Profit decline on higher revenues
So said CEO Sven Lindblad during Friday morning's third quarter earnings call, when the company posted net income of $5.1m, or 11 cents per dilluted share, compared to $9.3m, or 20 cents per diluted share, in Q3 2017.
The $4.2m decrease primarily reflects lower operating results and a $700,000 increase in depreciation and amortization, mainly due to the addition of National Geographic Quest in July 2017, partially offset by $1.8m of lower stock-based compensation expense in the current year.
Adjusted earnings before interest, tax, depreciation and amortization declined 26%, to $17.1m from $23.1m.
Total tour revenue increased 3%, to $87.2m from $84.6m. This was driven by growth of $5.6m at Natural Habitat, partially offset by a $2.9m decrease at the Lindblad segment.
Lindblad segment tour revenues of $64.5m were down 4%. An increase in occupancy, to 91.5% from 90.6%, was more than offset by a decrease in available guest nights and net yield. Available guest nights were 1% lower than a year ago primarily due to the timing of planned drydocks, mostly offset by the launch of National Geographic Quest in late July 2017.
South Pacific inventory has been 'rebalanced'
Net yield declined 6%, to $983, mainly due to itinerary changes for National Geographic Orion. In Q3 last year the ship operated in Europe, where pricing was higher, while this year it was in the South Pacific where, Sven Lindblad said, 'We had too much inventory.' That, he added, has been 'rebalanced' for 2019, with South Pacific capacity reduced by more than half, in favor of more Russian Arctic and Alaska sailings. Already for 2019, Orion is at 90% of the revenues it achieved for 2018.
Another setback for Orion this year was the cancellation of its Aug. 30 voyage due to three storms; the company chartered a plane, flew passengers back to Tahiti and offered a full refund or rebooking on another sailing. Most rebooked, Lindblad said.
Q3 a year ago also included the cancellation of four highly booked voyages on National Geographic Quest due to a delay in the vessel's delivery.
Natural Habitat revenues of $22.7m increased 33%, due primarily to higher ticket revenue from additional departures and increased pricing.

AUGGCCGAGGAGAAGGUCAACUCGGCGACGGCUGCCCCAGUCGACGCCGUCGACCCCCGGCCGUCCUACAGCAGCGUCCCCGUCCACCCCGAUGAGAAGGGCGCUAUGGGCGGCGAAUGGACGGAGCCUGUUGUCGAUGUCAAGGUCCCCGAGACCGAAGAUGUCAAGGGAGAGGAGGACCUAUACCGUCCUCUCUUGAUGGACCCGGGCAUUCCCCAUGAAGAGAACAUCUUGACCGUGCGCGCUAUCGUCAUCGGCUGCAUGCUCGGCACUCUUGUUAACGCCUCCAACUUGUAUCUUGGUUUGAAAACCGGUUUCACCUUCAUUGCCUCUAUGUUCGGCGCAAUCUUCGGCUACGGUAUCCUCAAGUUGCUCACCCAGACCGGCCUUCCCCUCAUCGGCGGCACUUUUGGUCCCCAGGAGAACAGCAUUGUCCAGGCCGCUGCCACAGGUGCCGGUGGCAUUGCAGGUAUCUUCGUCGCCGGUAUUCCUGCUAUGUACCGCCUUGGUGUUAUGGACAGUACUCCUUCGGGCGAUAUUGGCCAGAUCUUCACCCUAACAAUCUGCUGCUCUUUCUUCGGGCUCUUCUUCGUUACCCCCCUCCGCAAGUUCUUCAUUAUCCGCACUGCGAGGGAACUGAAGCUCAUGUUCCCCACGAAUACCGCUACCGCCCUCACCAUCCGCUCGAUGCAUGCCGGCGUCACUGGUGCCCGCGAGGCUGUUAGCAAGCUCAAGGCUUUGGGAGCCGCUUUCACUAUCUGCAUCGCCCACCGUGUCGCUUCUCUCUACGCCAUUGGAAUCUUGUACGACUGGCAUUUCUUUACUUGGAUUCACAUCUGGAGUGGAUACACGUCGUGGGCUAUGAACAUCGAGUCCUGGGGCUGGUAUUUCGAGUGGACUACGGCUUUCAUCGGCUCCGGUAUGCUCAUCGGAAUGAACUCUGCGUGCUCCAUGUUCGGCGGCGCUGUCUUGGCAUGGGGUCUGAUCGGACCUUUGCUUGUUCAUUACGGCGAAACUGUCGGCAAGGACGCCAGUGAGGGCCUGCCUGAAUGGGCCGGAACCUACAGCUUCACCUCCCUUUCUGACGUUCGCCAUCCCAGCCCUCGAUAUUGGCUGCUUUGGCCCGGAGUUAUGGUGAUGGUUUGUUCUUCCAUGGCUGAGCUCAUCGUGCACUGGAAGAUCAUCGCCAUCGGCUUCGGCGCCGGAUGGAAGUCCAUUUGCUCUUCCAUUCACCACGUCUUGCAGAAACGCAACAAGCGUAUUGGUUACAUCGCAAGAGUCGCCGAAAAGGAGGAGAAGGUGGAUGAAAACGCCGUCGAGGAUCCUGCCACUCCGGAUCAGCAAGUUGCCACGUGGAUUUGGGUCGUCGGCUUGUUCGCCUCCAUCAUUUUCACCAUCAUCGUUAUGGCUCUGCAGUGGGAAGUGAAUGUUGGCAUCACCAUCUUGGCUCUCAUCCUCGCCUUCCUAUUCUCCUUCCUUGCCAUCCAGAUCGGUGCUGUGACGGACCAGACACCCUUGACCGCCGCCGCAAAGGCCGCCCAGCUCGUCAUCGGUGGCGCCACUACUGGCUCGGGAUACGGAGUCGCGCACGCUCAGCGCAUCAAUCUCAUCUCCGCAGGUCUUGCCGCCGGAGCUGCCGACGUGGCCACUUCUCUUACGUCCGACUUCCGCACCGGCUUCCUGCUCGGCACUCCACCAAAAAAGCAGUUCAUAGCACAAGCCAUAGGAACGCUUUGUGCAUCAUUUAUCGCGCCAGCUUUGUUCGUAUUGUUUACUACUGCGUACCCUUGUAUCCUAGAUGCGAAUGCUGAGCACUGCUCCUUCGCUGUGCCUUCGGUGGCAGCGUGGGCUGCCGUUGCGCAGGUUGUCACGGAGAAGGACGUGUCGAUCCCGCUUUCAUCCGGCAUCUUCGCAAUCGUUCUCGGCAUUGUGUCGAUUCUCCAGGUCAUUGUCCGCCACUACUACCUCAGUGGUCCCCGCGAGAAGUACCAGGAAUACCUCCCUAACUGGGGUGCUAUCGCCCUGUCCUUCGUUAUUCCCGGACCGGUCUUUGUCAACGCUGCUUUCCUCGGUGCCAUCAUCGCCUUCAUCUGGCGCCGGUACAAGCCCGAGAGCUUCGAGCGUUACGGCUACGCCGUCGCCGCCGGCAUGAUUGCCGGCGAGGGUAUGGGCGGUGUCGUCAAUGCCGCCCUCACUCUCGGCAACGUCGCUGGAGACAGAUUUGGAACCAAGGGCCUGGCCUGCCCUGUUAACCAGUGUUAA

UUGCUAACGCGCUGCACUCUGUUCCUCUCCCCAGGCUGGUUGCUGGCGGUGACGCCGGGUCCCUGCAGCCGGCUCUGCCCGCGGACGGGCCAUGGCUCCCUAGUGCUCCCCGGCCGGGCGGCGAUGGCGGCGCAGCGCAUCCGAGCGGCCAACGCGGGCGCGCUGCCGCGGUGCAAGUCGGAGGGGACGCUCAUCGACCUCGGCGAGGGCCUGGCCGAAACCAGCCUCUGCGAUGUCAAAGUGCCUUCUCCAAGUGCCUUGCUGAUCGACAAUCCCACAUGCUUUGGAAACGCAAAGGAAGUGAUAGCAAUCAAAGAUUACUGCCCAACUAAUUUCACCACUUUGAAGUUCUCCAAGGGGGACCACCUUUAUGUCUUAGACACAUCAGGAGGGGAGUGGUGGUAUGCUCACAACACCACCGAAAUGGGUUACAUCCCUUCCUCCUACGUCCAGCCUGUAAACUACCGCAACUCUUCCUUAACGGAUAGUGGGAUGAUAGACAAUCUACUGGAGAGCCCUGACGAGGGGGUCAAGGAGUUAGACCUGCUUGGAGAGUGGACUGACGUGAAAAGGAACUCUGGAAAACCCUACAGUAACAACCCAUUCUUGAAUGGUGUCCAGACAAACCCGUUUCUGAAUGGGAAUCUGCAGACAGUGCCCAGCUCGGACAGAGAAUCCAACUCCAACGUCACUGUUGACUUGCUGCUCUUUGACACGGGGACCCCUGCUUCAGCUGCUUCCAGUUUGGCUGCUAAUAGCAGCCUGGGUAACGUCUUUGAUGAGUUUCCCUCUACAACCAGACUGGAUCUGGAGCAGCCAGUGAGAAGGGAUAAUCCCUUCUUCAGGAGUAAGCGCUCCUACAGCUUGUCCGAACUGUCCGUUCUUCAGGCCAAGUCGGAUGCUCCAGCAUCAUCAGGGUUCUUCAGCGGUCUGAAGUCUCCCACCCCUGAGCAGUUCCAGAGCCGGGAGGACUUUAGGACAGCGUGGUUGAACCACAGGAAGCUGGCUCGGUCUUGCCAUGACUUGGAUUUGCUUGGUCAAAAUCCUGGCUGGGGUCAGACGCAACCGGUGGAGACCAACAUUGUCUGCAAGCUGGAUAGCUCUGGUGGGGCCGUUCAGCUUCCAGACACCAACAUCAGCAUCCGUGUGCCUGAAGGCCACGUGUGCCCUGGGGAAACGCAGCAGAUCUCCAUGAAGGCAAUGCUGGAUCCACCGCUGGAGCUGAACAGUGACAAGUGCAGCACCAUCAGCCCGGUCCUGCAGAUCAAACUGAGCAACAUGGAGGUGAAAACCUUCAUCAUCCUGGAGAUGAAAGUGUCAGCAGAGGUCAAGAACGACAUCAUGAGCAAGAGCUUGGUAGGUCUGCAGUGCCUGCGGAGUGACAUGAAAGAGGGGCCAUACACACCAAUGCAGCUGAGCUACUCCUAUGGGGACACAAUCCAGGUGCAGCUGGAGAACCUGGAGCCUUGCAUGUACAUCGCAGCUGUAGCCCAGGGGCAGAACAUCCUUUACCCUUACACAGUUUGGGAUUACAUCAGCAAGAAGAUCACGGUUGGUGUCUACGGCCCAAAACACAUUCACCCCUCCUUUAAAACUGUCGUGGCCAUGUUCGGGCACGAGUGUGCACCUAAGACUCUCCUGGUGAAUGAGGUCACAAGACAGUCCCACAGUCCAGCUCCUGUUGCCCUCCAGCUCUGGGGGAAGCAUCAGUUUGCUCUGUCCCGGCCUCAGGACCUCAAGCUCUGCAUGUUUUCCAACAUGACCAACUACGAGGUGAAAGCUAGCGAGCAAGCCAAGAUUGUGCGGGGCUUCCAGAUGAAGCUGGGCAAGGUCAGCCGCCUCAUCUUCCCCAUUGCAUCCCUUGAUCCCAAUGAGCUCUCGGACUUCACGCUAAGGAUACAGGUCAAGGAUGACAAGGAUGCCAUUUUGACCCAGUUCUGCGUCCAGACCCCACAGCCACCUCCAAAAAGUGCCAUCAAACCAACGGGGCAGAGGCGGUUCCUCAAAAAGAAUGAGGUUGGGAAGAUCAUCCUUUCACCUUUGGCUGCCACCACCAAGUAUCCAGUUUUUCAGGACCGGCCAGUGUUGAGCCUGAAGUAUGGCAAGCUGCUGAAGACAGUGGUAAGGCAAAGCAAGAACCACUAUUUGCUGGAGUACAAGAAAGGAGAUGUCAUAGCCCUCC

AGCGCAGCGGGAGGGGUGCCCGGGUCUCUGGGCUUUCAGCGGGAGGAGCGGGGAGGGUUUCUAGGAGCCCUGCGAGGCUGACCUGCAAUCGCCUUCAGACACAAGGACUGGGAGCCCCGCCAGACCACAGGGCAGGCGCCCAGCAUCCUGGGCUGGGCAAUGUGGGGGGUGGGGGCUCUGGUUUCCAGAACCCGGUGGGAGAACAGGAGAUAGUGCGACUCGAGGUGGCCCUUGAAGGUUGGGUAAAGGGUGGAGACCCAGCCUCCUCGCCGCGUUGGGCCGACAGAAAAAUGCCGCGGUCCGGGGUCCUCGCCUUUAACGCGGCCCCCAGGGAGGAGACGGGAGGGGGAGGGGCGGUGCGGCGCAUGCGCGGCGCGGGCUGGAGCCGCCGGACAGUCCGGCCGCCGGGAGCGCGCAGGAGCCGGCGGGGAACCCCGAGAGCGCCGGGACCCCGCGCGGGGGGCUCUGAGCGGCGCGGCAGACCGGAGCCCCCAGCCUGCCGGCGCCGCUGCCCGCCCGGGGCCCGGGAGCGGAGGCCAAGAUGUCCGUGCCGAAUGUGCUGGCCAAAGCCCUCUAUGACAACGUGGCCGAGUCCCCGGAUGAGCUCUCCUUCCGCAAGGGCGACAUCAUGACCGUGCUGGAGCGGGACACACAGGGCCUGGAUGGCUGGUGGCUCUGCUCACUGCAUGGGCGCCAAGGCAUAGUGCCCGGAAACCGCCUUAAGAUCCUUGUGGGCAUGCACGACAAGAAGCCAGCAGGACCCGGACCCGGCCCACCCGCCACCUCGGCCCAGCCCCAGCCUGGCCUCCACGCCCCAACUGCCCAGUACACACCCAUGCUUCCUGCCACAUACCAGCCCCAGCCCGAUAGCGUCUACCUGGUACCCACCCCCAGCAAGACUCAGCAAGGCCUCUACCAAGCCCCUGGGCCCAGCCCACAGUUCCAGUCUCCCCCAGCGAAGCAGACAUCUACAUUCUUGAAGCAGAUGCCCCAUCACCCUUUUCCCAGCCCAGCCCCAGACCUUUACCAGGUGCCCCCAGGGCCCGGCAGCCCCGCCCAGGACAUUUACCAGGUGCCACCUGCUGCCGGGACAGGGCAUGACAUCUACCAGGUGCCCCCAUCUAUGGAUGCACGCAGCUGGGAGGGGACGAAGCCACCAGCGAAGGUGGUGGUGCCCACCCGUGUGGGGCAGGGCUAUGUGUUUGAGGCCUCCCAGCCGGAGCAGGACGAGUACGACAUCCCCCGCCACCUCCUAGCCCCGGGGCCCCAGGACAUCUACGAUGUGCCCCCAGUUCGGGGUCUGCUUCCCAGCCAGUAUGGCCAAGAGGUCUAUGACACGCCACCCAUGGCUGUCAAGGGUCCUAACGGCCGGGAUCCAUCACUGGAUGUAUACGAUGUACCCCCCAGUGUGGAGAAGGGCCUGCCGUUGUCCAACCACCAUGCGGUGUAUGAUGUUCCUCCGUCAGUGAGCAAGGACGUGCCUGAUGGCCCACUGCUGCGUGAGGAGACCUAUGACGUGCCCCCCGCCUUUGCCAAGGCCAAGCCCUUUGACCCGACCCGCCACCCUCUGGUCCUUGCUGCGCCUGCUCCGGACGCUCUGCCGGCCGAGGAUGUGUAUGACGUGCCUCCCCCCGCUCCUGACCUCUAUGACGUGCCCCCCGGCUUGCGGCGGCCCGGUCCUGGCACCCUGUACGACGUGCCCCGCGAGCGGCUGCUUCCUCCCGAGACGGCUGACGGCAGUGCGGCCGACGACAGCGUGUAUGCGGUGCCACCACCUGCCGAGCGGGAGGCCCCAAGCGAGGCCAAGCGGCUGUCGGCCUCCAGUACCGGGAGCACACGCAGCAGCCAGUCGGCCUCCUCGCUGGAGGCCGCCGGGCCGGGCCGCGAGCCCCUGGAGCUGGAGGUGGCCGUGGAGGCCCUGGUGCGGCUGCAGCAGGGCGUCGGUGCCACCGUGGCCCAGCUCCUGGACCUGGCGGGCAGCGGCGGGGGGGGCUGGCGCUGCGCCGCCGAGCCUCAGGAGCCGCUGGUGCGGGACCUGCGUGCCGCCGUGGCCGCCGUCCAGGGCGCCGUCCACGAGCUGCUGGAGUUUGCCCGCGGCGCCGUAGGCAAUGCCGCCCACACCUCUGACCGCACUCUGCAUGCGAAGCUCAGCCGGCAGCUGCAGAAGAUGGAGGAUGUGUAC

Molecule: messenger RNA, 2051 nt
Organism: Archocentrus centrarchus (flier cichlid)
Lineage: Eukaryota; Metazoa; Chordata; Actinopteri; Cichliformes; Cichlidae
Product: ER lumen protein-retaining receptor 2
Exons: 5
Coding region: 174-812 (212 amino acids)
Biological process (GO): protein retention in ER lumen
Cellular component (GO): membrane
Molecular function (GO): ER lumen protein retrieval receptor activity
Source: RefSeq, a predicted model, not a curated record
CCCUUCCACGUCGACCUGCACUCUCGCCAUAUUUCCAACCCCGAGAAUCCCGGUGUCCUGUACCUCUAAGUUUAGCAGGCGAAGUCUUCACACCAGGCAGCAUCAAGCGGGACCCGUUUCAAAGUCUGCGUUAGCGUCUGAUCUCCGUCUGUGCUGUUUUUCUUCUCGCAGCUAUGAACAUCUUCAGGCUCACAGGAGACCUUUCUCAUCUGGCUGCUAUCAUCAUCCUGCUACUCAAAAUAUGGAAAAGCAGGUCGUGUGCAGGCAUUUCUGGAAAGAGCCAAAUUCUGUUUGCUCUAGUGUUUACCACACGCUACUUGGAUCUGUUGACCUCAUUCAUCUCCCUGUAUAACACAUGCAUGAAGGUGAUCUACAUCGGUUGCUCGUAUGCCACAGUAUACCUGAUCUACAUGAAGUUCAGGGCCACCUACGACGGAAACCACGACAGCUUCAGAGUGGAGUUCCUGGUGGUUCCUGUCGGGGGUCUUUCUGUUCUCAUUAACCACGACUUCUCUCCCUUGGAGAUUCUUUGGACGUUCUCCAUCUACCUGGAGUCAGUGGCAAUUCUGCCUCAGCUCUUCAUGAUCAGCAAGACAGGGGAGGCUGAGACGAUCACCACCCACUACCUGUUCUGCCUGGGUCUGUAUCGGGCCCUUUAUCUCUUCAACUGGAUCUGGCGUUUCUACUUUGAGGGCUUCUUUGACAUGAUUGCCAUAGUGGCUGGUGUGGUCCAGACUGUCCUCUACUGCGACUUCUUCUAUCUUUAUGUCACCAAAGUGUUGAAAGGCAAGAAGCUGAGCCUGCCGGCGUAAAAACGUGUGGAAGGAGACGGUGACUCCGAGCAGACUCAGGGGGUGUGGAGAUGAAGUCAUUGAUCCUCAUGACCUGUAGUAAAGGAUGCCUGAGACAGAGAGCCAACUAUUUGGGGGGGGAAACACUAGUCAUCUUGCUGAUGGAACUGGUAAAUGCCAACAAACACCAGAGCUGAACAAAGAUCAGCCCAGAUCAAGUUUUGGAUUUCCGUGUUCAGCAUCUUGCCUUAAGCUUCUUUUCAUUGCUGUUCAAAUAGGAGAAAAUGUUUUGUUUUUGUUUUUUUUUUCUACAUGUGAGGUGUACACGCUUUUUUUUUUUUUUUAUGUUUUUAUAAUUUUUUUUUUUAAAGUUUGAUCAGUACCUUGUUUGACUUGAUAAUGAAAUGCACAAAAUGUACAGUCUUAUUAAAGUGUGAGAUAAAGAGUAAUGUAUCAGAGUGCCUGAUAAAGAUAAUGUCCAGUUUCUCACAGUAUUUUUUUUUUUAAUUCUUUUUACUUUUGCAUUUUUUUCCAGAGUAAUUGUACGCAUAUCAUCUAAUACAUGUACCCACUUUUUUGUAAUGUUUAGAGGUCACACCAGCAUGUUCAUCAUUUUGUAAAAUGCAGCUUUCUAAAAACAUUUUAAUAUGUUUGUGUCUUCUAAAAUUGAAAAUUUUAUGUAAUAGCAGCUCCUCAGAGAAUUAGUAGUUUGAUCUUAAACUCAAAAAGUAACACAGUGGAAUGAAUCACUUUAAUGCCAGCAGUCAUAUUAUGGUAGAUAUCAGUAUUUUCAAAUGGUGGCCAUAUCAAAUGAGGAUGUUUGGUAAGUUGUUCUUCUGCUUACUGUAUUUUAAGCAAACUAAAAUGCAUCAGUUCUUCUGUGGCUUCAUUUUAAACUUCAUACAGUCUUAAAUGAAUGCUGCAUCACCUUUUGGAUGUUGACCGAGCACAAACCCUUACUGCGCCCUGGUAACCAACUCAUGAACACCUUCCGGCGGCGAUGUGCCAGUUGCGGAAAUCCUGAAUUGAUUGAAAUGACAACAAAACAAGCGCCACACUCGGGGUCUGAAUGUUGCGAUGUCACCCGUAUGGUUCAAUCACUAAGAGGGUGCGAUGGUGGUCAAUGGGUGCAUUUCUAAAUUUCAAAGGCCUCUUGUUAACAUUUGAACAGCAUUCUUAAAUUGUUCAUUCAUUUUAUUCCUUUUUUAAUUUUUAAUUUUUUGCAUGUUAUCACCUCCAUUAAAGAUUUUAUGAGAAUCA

'While our financial results in the current quarter reflect the impact of the timing of drydocks versus a year ago, our revenues are up 18% year to date and we are generating real operating leverage with adjusted EBITDA up 31%,' Sven Lindblad said.
He reported 'broad-based demand across geographies' and noted the company's resilience to economic slowdowns. In October, when the stock market fell, Lindblad bookings more than doubled, driven by opening of sales for the 126-passenger National Geographic Endurance.
That first polar-class newbuild for the company, due for delivery in Q1 2020 from Norway's Ulstein, will operate Lindblad's first Northeast Passage voyages. Those two 24-day journeys sold out in a month, at fares averaging $50,000.
A sister ship has been approved by the board for planned 2021 delivery, but a newbuild contract hasn't been signed.
Meanwhile, on Thursday Seattle-area Nichols Brothers Boat Builders handed over US-flag coastal ship National Geographic Venture, the sister of National Geographic Quest, and the company expects it to be a 'significant driver of growth' in 2019.
20% ROIC expectation for newbuilds
In weighing the decision to build, Lindblad Expeditions Holdings traditionally looks for close to a 20% return on invested capital, according to CFO Craig Felenstein. The amount would typically be a little lower for polar-class ships, mainly because of the cost for extra steel, and a bit higher for coastal ships.
Payback is expected in a six- to seven-year timeframe, Felenstein said, adding that a typical ship's lifespan is 25 to 30 years.
National Geographic expansion and how sales break down
As previously reported, the company expanded its longstanding partnership with National Geographic to Include sales in Latin America and Canada, adding to the existing license covering the US, Australia and New Zealand.
Felenstein attributed 25% to 26% of sales to National Geographic, and said close to 40% of sales are direct to consumers, 25% to 27% are via travel agents and the balance from affinity groups.
Competition from Silversea?
'The expedition cruising category as a whole is going to get a lift because a lot more attention will be paid to it,' Sven Lindblad said in response to a question about competition from Silversea in light of it joining the Royal Caribbean Cruises Ltd. family. 'It's the fastest growing segment of the travel industry,' he said.
Lindblad noted his company is drawing both repeat travelers and new customers. Newcomers book what they perceive to be the trip of a lifetime then get 'addicted.'
He expressed confidence that when consumers research expedition travel, Lindblad stands out for offering an authentic, high-quality experience, the company's 50-year reputation and its National Geographic relationship.
'In the past, competition has grown markets,' he said.